The YouTube Killer: Shut Up Before You Get Started

14, November, 2007

Brace yourself for a wave of reflexive, poorly informed censor-the-Internet blowback.

What will bring this about? News that a Pennsylvia a 14-year-old being prosecuted for an October school shooting plot had communicated online, via MySpace and YouTube, with the teen in Finland who last week killed eight fellow classmates. Here’s a good report from

And here is just one example of the response that is forming, from a reader’s online posting on the site of the UK’s Register newspaper:

Now consider what would happen if such manifestos, photos and personal testaments of mass murderers were put in the same category as child pornography with reproduction and distribution banned and heavy penalties applicable.

I’m probably preaching to the choir here, as blog readers are unlikely to be censorious by nature. But to make three points:

  • Viewing the web, or social networks, or YouTube as accessories to murder or intent to murder is like blaming the telephone in the case where conspirators call each other to coordinate. Or to extend the argument to its absurd extreme, to accuse pen and paper as complicit in the Columbine killings, which were foretold in diary entries.
  • As the history of child porn prosecutions has shown, law enforcement has had great success using the Internet as a way to identify potential perps, gather evidence, conduct surveillance, arrest and prosecute producers and consumers of child pornography. The online transactions themselves draw a trail directly to the sickos.
  • There is a good argument that use of such immediate and ubiquitous technologies can encourage copycat actions and even enable conspiracies, which the Pennsylvania-Finland cases suggest. But the problem is, all communication has become ubiquitous and immediate. The attempt to slow and prohibit only communications about “acts of terror” is only going to divert vast sums of money to lawyers, and create full employment for privacy/censorship talking heads. Child porn is fairly easy to identify. “Intent to kill” and “acts of terror” are nearly impossible to identify with sufficient precision to permit constitutional legal action.

To draw, with apologies to all, on the rhetoric of the gun lobby: The Internet doesn’t kill people. People kill people.

The 2.D’oh! Weekly Round-Up, Vol. V

24, August, 2007

Mommy make it stop, cont’d

Your friends, the people who believe they should be President, will field questions from college students and other Web habituees when MySpace and host “interactive real-time presidential dialogues.”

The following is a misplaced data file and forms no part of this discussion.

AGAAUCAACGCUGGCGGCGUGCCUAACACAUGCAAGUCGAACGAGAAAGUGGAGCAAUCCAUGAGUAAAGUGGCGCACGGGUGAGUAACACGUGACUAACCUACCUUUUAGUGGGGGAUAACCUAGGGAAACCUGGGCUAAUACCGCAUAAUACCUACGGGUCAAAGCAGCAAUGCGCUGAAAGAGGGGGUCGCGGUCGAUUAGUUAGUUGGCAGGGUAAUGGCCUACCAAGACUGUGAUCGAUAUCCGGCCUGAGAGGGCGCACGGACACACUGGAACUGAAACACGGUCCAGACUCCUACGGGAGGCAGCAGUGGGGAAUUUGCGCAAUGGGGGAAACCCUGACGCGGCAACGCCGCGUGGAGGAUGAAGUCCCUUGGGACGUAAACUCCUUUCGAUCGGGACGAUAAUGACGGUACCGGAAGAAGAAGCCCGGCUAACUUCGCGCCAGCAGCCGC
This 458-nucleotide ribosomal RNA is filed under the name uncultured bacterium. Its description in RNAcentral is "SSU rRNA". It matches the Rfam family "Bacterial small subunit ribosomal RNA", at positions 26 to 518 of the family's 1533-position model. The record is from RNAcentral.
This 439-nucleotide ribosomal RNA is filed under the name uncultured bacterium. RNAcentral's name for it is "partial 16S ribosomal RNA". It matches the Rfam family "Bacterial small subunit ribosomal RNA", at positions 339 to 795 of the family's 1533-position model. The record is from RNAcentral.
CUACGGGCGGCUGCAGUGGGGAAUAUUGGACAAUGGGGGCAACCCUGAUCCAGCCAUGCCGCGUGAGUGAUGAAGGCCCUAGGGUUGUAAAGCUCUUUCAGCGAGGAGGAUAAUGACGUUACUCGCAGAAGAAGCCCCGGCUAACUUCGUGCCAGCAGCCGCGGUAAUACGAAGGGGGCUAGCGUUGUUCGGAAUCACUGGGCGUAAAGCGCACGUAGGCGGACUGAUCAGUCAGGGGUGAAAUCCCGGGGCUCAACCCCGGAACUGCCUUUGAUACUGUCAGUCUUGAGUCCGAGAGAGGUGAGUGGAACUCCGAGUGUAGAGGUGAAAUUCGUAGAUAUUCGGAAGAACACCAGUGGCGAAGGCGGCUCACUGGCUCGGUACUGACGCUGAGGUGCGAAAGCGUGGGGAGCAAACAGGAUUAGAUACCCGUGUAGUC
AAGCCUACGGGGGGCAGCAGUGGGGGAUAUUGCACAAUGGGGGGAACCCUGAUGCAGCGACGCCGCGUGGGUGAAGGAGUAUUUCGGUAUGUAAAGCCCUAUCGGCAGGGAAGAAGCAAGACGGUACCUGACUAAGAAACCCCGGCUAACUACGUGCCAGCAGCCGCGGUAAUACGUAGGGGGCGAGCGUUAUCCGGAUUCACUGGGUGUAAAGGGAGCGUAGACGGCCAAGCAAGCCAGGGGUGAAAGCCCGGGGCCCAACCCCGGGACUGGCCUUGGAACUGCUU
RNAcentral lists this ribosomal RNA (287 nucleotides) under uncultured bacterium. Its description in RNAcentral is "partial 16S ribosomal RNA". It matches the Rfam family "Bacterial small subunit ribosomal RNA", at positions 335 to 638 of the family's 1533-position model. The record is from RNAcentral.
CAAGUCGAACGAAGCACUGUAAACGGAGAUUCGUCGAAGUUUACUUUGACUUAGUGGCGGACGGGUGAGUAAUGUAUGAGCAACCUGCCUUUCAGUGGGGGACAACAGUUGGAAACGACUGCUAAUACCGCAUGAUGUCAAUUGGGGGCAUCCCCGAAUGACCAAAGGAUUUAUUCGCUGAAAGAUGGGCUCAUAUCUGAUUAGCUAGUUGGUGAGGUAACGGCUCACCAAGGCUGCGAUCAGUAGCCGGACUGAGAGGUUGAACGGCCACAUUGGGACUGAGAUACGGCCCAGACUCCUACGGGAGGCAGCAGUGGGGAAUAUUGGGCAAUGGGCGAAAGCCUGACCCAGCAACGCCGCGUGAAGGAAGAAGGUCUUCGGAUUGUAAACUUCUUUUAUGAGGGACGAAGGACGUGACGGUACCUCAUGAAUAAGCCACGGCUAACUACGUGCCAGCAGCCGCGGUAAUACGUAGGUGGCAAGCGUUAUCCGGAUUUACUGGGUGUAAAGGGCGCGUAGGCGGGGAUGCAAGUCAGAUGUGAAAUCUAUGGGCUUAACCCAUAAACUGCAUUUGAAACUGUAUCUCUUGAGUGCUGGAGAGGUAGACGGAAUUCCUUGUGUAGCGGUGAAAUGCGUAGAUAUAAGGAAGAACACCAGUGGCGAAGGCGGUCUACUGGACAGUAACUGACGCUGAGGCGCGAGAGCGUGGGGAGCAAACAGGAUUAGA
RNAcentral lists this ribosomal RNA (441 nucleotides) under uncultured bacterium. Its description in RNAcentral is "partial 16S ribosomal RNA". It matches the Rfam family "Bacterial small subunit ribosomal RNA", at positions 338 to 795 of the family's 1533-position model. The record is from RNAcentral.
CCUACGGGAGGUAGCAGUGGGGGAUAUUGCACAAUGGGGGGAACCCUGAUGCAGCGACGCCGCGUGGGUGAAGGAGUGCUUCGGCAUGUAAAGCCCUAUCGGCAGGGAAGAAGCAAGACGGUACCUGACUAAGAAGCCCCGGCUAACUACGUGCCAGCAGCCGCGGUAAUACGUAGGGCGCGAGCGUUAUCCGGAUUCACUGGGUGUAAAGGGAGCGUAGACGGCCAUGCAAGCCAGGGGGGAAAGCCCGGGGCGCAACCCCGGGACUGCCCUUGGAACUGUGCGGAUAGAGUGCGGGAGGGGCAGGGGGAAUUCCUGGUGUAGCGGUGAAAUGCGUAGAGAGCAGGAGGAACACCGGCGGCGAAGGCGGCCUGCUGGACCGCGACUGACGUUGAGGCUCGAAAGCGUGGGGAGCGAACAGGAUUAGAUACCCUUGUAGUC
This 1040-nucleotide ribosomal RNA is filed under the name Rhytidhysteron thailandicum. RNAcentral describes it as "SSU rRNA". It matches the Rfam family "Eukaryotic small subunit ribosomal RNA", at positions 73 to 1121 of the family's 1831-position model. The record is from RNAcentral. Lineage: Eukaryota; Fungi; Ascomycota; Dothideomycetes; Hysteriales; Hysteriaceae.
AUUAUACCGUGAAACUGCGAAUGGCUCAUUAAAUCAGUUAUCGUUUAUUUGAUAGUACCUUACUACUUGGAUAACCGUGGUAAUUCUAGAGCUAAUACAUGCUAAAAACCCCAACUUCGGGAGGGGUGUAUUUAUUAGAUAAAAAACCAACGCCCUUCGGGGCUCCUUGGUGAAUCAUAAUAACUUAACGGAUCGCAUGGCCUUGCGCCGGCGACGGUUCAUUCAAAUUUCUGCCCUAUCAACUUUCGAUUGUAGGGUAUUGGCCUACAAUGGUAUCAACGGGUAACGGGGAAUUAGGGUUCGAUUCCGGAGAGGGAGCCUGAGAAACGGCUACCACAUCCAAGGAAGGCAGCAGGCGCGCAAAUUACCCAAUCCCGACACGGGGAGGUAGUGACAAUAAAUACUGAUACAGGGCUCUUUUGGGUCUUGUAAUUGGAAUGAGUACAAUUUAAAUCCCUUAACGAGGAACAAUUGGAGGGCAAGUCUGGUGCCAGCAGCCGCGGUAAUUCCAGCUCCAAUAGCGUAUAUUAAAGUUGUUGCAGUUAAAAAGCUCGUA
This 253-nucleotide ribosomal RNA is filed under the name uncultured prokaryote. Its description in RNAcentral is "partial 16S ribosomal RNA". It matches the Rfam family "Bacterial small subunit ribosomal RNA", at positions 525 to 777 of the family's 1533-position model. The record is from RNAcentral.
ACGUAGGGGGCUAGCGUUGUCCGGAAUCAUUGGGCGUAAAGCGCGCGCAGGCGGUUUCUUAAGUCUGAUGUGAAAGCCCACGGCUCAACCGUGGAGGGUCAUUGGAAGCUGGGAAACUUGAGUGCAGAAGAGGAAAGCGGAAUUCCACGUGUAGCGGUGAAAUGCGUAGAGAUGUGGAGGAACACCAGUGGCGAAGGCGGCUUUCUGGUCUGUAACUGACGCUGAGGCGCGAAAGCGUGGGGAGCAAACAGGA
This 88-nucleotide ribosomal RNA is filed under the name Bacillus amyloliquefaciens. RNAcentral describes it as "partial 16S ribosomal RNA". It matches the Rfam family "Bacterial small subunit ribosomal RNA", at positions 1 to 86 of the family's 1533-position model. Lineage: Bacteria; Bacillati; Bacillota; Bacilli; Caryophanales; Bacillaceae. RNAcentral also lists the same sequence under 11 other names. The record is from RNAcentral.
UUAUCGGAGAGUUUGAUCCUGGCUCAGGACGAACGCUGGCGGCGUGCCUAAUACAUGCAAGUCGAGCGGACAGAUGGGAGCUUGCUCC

MySpace head flak Jeff Berman called it “a digital extension of the Iowa or New Hampshire living room where a candidate walks into someone’s home to have a dialogue.” The fun starts with John Edwards on Sept. 27.

No word yet on whether questions will be screened to ensure none come from registered sex offenders or illegal downloaders. 

Baby 2.0, that leading destination for the reproductive set, has launched a beta version of a site renovation. It’s tacked on some of the usual 2.0fferings: UGC blogs, enhanced community features, and so on. Highlights: a personalized tag cloud which captures your own previous clicks, not those of the whole community; a smart use of personalization, which puts a box that features info to your specific week of pregnancy on your home page; and the inevitable, suspect promise to that search is new and improved to make it easier and faster to find what you want.

There is also a strange bifurcation of “questions” and “community.” Since most folks who participate in communities go there to ask questions, I hereby offer this prediction: Those two areas will be merged within, say, nine months.

Genuinely interesting story of the week

This contemplation of whether digital archives should ever be altered to correct the record, respond to veiled (or not) lawsuit threats, etc. The column by Elizabeth Zwerling appears on the site Online Journalism Review.

Items from Onion circulated fraudently as truth? Or signs of the coming Apocalypse? 

This week the Mountain View search engine colossus proved that its ambitions are not merely for global domination: It launched a new version of Google earth that takes on the stars.

And an article appeared in Business Week about aSmallWorld, [aka “Snobster,”] a U.K.-based invitation-only social network for. . .multi-millionnaires.

Noted Without Comment, cont’d

The digital newstand of the future? [A tip o’ the fez to our friends at]